Justin Sullivan/Getty

Shares of General Motors (GM) are down about 2% Tuesday, but that came after Monday's big rally of roughly 6%. The automaker detailed its plans for a restructuring in a $6 billion cost-saving effort, allowing Wall Street to rejoice and send the stock higher.

The company will endure a $3 billion to $3.8 billion charge and will no longer allocate production to five North American production plants and two more outside of the continent. Another, in South Korea, was also announced earlier this year. GM will also let go of 15% of its salaried workers and layoff almost 15,000 employees.

There has been plenty of reaction since.

President Trump was particularly fired up, reportedly telling GM CEO Mary Barra that the automaker "better damn well open a new plant there very quickly," referring to the Ohio plant that will be impacted. While the development is somewhat reminiscent of the Carrier plant, the irony of the matter boils down to the trade war. Specifically, the tariffs out of Washington have cost GM about $1 billion.

While GM did not specifically state the trade war as reason for its restructuring, one would have to believe it has something to do with it.

Observers can also count Canadian Prime Minister Justin Trudeau and the United Automobile Workers organization as those who are also disappointed.

Analysts are on board, though, with many raising their price targets and/or reiterating their buy ratings. Citi analysts called it an aggressive move, while UBS analyst Colin Langan said GM's plan will save more money in less time compared to its previous cost-cutting efforts.

GM CEO Mary Barra took over at the automaker amid its ignition scandal, steering it clear of a serious misstep.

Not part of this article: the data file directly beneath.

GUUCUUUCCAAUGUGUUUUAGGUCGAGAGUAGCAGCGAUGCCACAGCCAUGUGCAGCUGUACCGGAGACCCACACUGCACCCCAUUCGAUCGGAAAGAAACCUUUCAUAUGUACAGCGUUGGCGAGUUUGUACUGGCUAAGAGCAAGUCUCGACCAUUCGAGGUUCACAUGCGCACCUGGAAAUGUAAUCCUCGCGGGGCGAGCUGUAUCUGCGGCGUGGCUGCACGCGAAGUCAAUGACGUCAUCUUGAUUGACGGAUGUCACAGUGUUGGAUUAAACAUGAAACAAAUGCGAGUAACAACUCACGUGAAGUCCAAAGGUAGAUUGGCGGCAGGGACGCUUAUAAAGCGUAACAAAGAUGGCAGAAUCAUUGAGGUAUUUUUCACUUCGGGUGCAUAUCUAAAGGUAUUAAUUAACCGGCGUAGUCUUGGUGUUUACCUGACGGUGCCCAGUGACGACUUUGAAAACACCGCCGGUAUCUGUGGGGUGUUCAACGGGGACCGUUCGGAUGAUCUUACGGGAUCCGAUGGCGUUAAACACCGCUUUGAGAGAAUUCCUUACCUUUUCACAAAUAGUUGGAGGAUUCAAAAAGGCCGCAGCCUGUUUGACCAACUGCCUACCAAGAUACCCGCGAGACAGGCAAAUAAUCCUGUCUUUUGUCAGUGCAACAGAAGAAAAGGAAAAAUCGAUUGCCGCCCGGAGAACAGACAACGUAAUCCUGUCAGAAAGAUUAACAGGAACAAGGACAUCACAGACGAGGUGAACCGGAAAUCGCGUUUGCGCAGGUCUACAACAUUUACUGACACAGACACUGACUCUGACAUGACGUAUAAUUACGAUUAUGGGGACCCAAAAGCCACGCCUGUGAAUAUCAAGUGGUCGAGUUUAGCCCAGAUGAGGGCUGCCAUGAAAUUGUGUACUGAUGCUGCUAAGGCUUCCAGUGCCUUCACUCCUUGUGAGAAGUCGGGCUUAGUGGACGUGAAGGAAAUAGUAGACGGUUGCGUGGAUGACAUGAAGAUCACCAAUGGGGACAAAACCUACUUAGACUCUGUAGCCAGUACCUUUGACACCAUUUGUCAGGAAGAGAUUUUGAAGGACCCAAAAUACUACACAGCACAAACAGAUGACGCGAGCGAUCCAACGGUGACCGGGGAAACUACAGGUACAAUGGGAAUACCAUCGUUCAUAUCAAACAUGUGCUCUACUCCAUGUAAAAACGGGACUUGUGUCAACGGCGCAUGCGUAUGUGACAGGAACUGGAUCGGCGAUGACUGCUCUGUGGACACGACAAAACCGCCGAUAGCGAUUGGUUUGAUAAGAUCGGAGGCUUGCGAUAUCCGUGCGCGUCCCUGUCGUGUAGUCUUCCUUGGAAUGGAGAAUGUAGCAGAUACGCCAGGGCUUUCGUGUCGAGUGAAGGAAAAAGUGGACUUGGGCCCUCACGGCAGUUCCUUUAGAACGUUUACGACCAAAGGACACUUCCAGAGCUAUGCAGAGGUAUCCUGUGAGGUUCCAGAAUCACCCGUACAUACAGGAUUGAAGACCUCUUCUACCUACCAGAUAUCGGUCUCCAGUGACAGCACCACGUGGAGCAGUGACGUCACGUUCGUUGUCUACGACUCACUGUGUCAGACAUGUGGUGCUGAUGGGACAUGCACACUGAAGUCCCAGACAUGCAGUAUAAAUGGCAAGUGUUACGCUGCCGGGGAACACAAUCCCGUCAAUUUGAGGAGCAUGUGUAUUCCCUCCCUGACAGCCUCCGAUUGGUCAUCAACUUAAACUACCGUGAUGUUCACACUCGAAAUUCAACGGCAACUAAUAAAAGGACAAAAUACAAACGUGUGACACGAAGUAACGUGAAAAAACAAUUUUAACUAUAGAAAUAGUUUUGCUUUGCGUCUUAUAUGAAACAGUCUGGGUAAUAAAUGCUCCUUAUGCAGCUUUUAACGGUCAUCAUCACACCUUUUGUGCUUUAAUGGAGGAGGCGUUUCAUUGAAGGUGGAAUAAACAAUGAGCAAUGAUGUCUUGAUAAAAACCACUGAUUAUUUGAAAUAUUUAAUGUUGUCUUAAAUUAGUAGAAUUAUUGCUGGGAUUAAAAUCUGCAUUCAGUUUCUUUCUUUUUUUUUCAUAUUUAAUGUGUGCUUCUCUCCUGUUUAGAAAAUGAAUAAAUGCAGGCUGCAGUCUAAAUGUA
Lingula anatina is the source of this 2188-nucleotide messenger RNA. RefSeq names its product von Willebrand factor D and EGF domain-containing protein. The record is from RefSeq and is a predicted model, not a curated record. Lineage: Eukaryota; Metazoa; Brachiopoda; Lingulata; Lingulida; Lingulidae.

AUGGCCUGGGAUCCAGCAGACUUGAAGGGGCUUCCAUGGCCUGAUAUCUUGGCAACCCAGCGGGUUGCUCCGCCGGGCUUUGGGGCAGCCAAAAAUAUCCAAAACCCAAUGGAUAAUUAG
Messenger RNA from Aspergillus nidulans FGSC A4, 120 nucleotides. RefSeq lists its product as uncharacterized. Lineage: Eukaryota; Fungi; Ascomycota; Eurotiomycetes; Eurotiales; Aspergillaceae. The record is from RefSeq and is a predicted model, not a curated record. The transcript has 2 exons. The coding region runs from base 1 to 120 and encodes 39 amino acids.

GM CEO Mary Barra took over at the automaker amid its ignition scandal, steering it clear of a serious misstep.

So where does that leave Ford (F) in all of this?

GM's cross-town rival doesn't seem to have the same plans for improving its operations. At least, not directly. Ford Canada CEO Mark Buzzell said, "[We have] no plans to do anything like that," referring to GM's decision to close one of its plants in Ontario.

But Ford's plans are already underway, albeit, in a different way.

Earlier this year, the automaker announced its intentions to move away from producing passenger cars, save for the Mustang and Focus. Instead, it will focus on SUVs, crossovers and pickup trucks. That's no surprise given that Ford makes up less than 10% of the passenger car market, with GM's Chevy, Toyota (TM) , Honda (HMC) and Nissan (NSANY) all ahead of it.

Ford's move isn't entirely surprising, given that SUVs, crossovers and trucks tend to carry higher margins and better profitability. Still, some worry about the automaker alienating its customers.

GM's action isn't all that different, though. With its changes, it plans to wind down and ultimately end North American production of the Chevrolet Volt, Cruze, and Impala, as well as the Cadillac XTS and CTS, and the Buick LaCrosse.

For those unaware, these six models are all passenger cars. Even though GM isn't completely throwing in the towel on its cars, it's clear U.S.-based automakers are paring back their exposure to the group.

Want to Buy Stocks for a 10% or Greater Discount? You can with certain so-called "closed-end" mutual funds - an often overlooked investment class. Click here to register for a free online video in which TheStreet's retirement expert Robert Powell and an all-star panel run down all you need to know.

This article is commentary by an independent contributor. At the time of publication, the author had no positions in the stocks mentioned.